For instance, let’s just take a nice round number. If product was worth $2,000, for instance, and you had to go through 10 calls in order to make the sales, then understand that whenever you get a NO, somebody is putting $200 metaphorically in your pocket.
So, instead of being all discouraged and down about getting that NO, you’re then shifting to a whole positive approach, saying, “Wow, okay, I got that NO.” So, metaphorically, take $200 and put it in your pocket. Now, go out there and get another NO. Put another $200 and go right down the line. Once you’re at 9 Nos, then you’ve got $1,800. And finally, just out of the process of a numbers ratio that you’ve been able to identify, as you spoke to, boom! You get that $2,000.
So, I think one of the biggest barriers for salespeople is dealing with rejection, or supposed failure, and not understanding that rejection and failure is part of the process. Having the right attitude and understanding of the ratio is so important.
There are so many different obstacles.
But again, going through the 7-step process on Goal Achievers. Identify what your goal is. Identify exactly why. The “why” is the propelling power, the desire. Number 3 is identifying the obstacles that you need to overcome and the specialized knowledge. The specialized knowledge is so important.
Again, with sales, let’s face it, a lot of people go into sales very green thinking that it’s all about being optimistic and friendly and glad-handing and so on. But, if we treat the sales professional with the same sort of tenacity and detail that a brain surgeon does, or that a tennis pro does with his racquet, putting in hundreds of thousands of hours learning, practicing, and drilling, then that’s when you rise up and become the top performer that you just need to be.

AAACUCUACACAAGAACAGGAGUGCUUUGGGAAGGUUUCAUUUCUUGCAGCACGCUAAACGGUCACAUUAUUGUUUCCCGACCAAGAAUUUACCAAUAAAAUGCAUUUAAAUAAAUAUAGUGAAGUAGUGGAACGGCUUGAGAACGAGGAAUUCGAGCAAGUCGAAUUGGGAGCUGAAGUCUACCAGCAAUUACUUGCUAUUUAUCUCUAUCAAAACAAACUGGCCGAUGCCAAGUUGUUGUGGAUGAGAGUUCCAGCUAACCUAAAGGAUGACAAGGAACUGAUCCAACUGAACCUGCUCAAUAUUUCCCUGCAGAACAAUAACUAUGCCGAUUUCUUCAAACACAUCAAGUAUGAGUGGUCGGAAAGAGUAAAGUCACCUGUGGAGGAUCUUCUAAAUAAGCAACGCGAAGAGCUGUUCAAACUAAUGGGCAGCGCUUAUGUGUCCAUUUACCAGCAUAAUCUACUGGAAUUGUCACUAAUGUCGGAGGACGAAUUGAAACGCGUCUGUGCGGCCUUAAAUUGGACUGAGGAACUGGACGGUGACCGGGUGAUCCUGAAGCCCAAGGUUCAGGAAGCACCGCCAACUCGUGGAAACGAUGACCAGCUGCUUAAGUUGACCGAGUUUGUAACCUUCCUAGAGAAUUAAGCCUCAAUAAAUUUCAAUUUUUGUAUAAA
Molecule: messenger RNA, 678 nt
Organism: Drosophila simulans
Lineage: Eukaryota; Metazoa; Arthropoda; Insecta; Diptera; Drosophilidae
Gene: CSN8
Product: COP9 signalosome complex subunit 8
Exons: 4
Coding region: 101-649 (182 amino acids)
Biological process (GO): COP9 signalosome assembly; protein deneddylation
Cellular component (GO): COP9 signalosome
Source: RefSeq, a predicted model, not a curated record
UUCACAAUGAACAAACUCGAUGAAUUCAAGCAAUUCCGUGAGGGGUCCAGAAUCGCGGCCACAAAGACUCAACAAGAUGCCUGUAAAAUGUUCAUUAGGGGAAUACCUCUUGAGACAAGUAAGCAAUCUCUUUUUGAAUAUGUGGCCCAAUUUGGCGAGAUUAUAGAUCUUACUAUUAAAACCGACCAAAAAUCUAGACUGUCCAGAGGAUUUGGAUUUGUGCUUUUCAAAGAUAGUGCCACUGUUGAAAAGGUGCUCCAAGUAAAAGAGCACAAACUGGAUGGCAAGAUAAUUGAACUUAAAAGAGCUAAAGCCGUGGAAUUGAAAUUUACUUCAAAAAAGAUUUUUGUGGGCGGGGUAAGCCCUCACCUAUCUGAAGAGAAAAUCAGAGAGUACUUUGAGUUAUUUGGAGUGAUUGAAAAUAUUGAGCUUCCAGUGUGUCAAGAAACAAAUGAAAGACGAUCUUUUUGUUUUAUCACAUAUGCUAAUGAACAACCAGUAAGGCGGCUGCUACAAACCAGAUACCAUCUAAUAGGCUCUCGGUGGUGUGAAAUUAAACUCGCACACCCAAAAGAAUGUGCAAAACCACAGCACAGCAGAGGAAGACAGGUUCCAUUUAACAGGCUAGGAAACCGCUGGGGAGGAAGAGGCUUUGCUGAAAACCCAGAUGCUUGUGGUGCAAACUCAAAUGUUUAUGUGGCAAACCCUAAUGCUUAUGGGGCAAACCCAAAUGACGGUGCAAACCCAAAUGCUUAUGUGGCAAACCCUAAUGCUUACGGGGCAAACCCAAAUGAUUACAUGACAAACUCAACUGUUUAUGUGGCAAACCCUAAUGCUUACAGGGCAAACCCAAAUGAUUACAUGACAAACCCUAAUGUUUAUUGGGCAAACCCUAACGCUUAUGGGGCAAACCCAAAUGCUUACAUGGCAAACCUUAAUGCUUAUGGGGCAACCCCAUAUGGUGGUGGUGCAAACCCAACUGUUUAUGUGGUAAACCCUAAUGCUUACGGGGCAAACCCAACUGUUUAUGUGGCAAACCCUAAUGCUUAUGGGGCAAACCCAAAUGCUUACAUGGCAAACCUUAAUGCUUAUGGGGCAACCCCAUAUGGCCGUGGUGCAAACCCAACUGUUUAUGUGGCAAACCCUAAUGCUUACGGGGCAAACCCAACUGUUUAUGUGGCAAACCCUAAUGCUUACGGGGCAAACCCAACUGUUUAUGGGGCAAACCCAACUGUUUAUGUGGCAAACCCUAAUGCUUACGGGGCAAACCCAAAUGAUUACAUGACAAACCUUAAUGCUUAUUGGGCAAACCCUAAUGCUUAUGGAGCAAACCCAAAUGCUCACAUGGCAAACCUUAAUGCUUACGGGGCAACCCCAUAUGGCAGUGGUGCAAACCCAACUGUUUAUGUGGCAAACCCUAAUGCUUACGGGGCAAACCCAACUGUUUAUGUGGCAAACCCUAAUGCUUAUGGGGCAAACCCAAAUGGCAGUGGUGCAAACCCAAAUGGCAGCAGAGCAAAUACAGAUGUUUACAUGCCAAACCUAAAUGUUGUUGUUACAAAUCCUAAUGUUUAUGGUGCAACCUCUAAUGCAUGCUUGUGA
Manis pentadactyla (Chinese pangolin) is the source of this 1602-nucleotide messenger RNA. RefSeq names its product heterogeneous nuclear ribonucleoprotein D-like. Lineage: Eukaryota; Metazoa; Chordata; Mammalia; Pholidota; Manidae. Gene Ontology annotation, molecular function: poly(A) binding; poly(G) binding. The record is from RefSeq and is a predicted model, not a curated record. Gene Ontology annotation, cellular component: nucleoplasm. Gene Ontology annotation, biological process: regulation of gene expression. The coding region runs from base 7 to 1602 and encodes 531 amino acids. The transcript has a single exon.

But again, it goes back to that definite chief aim: Is this something that I’m called to do? Are the product and the service and the company I’m working for a reflection of the values of my life and the purpose for which I feel that I am called to serve others? Does that make sense, Ray?
Ray: You said that so well. I think you hit the nail right on the head as we were talking about dealing with these obstacles.
Realizing that, of course, obstacles come in many different shapes and sizes and one of the obstacles is that, a lot of times, customers have inertia and they continue to do what they do because they are involved in the status quo and they don’t want to change things.
From a sales perspective, being able to understand these obstacles and understand the motives of what holds that obstacle in place beyond the psychological side of the salesperson dealing with rejection which is so important but also from a sales process perspective understanding the different types of obstacles. But you said it very well. Let’s now move to the next step in the 7-step methodology. Can you tell us about that?
Phil: Yes, Step #4, it’s the people, places, and things that you need in order to achieve your goals.